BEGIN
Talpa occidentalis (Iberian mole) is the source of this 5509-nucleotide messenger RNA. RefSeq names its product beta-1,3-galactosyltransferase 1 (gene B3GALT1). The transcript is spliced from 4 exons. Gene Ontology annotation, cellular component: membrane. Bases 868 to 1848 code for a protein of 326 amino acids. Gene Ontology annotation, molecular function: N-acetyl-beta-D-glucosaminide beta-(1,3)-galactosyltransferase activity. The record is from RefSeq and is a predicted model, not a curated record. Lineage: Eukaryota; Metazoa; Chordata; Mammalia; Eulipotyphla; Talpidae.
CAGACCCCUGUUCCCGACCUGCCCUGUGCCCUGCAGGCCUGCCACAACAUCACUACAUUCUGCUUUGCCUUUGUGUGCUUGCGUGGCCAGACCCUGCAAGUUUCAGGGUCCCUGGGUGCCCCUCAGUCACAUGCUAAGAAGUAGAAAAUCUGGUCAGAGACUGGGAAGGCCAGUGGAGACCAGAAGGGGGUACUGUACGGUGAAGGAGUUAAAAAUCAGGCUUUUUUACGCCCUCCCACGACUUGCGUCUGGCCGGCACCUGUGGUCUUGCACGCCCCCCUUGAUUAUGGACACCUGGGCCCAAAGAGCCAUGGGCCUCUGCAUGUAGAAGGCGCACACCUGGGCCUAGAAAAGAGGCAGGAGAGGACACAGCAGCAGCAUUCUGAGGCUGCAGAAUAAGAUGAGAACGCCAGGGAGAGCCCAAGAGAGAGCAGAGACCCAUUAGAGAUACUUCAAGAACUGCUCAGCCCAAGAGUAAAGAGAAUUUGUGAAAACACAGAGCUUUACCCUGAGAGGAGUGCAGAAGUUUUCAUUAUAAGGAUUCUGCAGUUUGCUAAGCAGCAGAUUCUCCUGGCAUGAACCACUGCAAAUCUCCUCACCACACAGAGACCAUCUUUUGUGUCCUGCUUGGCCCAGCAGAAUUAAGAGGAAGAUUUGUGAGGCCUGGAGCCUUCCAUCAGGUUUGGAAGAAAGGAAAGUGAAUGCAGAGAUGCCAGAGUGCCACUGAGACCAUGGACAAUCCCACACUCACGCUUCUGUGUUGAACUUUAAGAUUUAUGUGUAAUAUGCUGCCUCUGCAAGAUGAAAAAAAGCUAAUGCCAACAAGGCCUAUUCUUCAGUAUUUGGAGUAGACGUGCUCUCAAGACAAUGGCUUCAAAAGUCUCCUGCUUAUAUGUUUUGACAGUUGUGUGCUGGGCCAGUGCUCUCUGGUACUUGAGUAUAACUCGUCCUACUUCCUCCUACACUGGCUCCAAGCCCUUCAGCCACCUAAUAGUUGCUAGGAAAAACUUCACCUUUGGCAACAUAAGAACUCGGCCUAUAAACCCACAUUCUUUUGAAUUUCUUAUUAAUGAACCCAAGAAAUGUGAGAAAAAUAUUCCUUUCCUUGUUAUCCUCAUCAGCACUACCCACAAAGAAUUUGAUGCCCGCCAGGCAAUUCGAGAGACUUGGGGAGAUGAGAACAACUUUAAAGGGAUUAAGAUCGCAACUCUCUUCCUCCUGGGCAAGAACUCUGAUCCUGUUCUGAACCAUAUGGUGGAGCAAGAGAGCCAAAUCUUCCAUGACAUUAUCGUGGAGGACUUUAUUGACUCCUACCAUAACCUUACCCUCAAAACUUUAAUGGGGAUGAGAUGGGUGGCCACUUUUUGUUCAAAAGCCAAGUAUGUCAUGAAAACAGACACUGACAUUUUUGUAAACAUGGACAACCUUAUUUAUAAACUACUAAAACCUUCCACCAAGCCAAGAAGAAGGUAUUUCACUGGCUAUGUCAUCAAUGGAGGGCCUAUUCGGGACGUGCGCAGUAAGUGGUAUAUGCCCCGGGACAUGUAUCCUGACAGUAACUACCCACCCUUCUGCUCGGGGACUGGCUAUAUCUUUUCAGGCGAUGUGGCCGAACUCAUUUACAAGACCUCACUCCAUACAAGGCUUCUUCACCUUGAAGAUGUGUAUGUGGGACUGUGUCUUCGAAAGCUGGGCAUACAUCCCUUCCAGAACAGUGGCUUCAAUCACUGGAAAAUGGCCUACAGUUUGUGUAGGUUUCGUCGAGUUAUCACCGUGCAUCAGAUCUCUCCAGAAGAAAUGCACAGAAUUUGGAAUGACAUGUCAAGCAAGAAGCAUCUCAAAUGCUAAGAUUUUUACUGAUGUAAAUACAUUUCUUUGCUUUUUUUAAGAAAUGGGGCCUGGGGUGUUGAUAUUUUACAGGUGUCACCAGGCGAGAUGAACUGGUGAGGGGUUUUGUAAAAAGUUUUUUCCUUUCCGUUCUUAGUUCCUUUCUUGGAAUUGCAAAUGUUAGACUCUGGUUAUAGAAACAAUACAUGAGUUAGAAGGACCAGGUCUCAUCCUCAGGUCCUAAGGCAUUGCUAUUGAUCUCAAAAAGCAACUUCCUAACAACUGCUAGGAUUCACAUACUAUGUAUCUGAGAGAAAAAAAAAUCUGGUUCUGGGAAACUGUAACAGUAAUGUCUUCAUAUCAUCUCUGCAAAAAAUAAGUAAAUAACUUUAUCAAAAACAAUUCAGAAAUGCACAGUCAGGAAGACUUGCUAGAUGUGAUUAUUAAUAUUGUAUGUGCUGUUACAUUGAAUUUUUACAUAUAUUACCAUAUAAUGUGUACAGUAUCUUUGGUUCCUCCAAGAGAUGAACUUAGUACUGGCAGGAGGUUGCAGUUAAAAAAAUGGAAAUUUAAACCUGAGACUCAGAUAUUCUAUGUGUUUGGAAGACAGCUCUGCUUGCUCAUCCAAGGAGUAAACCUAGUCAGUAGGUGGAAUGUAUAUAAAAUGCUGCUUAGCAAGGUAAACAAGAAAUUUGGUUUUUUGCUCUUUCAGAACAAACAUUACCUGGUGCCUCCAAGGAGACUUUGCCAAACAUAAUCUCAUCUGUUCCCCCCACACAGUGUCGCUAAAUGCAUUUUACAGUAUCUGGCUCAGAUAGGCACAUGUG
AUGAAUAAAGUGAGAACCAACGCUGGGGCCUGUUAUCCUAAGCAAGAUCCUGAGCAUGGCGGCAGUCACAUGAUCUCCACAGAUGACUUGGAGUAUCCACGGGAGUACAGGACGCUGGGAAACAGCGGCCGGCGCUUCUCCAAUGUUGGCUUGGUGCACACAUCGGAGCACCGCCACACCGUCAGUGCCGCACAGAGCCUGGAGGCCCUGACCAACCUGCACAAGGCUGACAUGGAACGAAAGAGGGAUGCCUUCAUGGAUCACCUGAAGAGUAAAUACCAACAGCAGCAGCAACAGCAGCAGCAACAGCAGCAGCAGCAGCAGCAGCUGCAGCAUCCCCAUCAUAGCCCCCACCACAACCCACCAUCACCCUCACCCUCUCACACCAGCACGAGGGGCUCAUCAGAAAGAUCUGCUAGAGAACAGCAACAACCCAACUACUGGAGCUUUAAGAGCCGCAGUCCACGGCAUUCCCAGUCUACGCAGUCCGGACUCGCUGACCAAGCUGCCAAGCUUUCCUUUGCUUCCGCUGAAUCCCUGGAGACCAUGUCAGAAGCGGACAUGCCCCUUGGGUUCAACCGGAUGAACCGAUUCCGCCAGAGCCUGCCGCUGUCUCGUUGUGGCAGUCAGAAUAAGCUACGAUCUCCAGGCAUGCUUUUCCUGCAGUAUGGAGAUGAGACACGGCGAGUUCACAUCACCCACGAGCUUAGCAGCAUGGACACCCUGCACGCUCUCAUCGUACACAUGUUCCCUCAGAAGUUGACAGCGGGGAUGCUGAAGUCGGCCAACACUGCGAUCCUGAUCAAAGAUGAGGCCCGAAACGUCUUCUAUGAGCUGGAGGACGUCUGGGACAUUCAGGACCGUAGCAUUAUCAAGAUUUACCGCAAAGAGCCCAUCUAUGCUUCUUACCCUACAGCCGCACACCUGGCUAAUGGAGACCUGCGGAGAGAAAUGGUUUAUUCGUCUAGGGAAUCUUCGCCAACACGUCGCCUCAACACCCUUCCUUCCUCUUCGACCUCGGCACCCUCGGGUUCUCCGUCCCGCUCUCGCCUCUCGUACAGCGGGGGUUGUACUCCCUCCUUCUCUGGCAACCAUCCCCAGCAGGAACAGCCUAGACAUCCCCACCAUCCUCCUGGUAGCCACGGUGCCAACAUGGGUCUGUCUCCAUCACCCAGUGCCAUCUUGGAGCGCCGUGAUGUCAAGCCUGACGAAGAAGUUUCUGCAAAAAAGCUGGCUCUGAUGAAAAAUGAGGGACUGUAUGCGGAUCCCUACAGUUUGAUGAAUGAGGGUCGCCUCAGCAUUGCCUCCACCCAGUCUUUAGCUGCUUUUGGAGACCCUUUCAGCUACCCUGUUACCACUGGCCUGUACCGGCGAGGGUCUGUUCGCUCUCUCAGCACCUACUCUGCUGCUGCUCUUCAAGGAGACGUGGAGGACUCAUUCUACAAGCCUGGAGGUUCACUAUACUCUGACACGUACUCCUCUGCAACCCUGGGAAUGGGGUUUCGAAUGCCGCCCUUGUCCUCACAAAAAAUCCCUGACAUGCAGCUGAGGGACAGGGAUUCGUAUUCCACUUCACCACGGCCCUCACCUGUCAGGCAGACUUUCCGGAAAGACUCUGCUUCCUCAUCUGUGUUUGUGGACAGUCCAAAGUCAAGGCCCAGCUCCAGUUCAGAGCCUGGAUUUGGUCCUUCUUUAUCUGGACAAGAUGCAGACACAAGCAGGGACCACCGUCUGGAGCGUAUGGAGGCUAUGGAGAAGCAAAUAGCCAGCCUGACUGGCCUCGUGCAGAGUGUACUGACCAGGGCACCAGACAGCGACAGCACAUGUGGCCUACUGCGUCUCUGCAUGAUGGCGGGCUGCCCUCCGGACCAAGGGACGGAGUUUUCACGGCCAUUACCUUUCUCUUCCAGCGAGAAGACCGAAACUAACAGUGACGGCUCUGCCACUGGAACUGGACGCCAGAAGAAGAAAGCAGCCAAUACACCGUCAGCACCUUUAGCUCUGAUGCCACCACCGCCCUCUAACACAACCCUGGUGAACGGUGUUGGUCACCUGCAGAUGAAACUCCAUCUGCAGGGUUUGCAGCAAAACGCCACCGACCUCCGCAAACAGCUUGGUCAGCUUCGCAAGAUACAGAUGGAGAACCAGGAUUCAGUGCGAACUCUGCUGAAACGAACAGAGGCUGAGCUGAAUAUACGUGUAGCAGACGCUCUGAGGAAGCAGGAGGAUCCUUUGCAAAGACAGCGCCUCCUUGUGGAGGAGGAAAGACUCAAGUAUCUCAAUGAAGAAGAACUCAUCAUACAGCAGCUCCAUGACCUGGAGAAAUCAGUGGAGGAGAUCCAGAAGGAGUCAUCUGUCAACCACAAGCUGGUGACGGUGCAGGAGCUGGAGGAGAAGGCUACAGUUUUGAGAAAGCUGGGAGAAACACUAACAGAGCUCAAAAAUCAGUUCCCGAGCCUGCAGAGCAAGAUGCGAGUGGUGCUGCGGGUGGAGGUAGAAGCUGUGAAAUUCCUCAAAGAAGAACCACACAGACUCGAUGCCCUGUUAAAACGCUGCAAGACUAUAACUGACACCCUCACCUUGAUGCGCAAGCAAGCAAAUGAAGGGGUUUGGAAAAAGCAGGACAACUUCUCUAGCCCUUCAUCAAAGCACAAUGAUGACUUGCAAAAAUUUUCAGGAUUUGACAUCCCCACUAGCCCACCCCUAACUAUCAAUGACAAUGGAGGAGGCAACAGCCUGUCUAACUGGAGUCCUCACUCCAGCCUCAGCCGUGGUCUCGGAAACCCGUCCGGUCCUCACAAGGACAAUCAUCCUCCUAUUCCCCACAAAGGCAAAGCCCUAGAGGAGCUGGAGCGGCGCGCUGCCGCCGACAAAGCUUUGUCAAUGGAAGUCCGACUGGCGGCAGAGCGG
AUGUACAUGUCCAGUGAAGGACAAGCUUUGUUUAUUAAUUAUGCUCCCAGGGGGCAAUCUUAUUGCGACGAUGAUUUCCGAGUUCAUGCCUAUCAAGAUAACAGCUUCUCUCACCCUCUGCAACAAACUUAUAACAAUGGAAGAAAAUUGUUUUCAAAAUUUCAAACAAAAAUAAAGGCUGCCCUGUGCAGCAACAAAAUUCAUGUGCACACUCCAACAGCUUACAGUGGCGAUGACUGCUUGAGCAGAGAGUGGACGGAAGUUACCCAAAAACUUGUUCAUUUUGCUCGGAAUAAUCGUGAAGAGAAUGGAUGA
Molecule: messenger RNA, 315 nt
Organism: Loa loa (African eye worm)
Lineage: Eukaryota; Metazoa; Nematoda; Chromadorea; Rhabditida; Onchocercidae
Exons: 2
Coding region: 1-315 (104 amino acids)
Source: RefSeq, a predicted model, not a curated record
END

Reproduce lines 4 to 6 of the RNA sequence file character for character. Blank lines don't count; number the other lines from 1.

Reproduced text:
AUGUACAUGUCCAGUGAAGGACAAGCUUUGUUUAUUAAUUAUGCUCCCAGGGGGCAAUCUUAUUGCGACGAUGAUUUCCGAGUUCAUGCCUAUCAAGAUAACAGCUUCUCUCACCCUCUGCAACAAACUUAUAACAAUGGAAGAAAAUUGUUUUCAAAAUUUCAAACAAAAAUAAAGGCUGCCCUGUGCAGCAACAAAAUUCAUGUGCACACUCCAACAGCUUACAGUGGCGAUGACUGCUUGAGCAGAGAGUGGACGGAAGUUACCCAAAAACUUGUUCAUUUUGCUCGGAAUAAUCGUGAAGAGAAUGGAUGA
Molecule: messenger RNA, 315 nt
Organism: Loa loa (African eye worm)